United Wa State Army
|United Wa State Army|
佤邦联合军Participant in the Internal conflict in Myanmar
ဝပြည် သွေးစည်းညီညွတ်ရေး တပ်မတော်
Flag of the United Wa State Army
|Active||17 April 1989– present|
|Area of operations||
Wa Self-Administered Division|
|Part of||United Wa State Party|
|Originated as||Communist Party of Burma|
|Battles and wars||Internal conflict in Myanmar|
The United Wa State Army (Chinese: 佤邦联合军; pinyin: Wǎbāng Liánhéjūn; Burmese: ဝပြည် သွေးစည်းညီညွတ်ရေး တပ်မတော်, IPA: [wa̰ pjì θwésí ɲìɲʊʔjé taʔmədɔ̀]; abbreviated UWSA), also abbreviated as the UWS Army, is the military wing of the United Wa State Party (UWSP), the de facto ruling party of Wa State (officially known as the Wa Self-Administered Division). It is an ethnic minority army of an estimated 20,000–25,000 Wa soldiers, led by Bao Youxiang (鲍有祥). The UWSA was formed after the collapse of the armed wing of the Communist Party of Burma (CPB) in 1989.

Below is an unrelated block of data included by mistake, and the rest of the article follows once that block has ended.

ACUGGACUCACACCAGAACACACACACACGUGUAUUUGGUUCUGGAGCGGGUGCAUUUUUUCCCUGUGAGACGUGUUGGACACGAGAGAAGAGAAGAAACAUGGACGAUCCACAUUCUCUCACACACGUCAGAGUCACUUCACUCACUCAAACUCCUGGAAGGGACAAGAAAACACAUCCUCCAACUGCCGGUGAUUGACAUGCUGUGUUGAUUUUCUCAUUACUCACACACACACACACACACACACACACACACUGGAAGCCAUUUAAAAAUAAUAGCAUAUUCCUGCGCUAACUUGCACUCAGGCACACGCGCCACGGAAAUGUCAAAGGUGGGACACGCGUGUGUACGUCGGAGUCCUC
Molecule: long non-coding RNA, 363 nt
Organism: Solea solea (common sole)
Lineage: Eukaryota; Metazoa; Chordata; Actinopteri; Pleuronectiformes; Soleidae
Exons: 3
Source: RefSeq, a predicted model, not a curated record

The UWSA announced its territory as the "Wa State Government Special Administrative Region" on 1 January 2009. The de facto President is Bao Youxiang, and the Vice President is Xiao Minliang. Although the Government of Myanmar does not officially recognise the sovereignty of Wa State, the Tatmadaw (Myanmar Armed Forces) has frequently allied with the UWSA to fight against Shan nationalist militia groups, such as the Shan State Army - South.
Despite being de facto independent from Myanmar, the Wa State officially recognizes Myanmar's sovereignty over all of its territory. In 1989 the two parties signed a ceasefire agreement, and in 2013 signed a peace deal.